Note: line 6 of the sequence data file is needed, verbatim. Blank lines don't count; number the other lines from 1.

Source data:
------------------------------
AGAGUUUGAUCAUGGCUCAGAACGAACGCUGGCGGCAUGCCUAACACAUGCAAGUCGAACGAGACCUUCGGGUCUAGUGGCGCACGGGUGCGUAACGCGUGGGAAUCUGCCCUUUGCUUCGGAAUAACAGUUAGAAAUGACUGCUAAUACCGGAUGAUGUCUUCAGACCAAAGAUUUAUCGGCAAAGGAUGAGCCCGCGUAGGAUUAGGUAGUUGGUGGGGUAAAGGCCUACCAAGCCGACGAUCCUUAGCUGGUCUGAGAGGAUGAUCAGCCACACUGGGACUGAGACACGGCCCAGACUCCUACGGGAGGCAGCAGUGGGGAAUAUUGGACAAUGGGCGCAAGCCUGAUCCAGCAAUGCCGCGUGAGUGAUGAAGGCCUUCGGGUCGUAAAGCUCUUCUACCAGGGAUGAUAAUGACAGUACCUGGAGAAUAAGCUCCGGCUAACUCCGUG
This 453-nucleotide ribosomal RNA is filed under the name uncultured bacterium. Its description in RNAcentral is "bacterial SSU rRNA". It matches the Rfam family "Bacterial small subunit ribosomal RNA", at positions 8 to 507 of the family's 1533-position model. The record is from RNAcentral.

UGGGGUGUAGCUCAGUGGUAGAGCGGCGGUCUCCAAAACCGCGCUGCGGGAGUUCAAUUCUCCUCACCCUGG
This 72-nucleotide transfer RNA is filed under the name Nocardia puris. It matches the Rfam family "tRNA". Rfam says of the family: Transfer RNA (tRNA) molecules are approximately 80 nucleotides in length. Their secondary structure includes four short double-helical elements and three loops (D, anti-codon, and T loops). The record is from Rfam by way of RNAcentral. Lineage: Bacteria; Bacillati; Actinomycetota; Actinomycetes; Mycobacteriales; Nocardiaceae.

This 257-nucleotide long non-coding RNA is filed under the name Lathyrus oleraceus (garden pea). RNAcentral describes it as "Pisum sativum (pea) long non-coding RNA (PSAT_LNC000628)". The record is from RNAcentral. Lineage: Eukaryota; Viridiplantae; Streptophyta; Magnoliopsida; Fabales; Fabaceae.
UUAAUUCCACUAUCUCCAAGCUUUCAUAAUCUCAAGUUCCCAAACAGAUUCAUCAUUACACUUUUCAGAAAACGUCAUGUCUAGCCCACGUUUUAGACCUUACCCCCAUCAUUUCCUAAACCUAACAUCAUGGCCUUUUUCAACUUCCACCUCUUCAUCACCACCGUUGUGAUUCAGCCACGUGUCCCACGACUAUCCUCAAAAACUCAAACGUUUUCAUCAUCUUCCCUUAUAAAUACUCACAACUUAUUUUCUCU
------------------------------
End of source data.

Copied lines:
UUAAUUCCACUAUCUCCAAGCUUUCAUAAUCUCAAGUUCCCAAACAGAUUCAUCAUUACACUUUUCAGAAAACGUCAUGUCUAGCCCACGUUUUAGACCUUACCCCCAUCAUUUCCUAAACCUAACAUCAUGGCCUUUUUCAACUUCCACCUCUUCAUCACCACCGUUGUGAUUCAGCCACGUGUCCCACGACUAUCCUCAAAAACUCAAACGUUUUCAUCAUCUUCCCUUAUAAAUACUCACAACUUAUUUUCUCU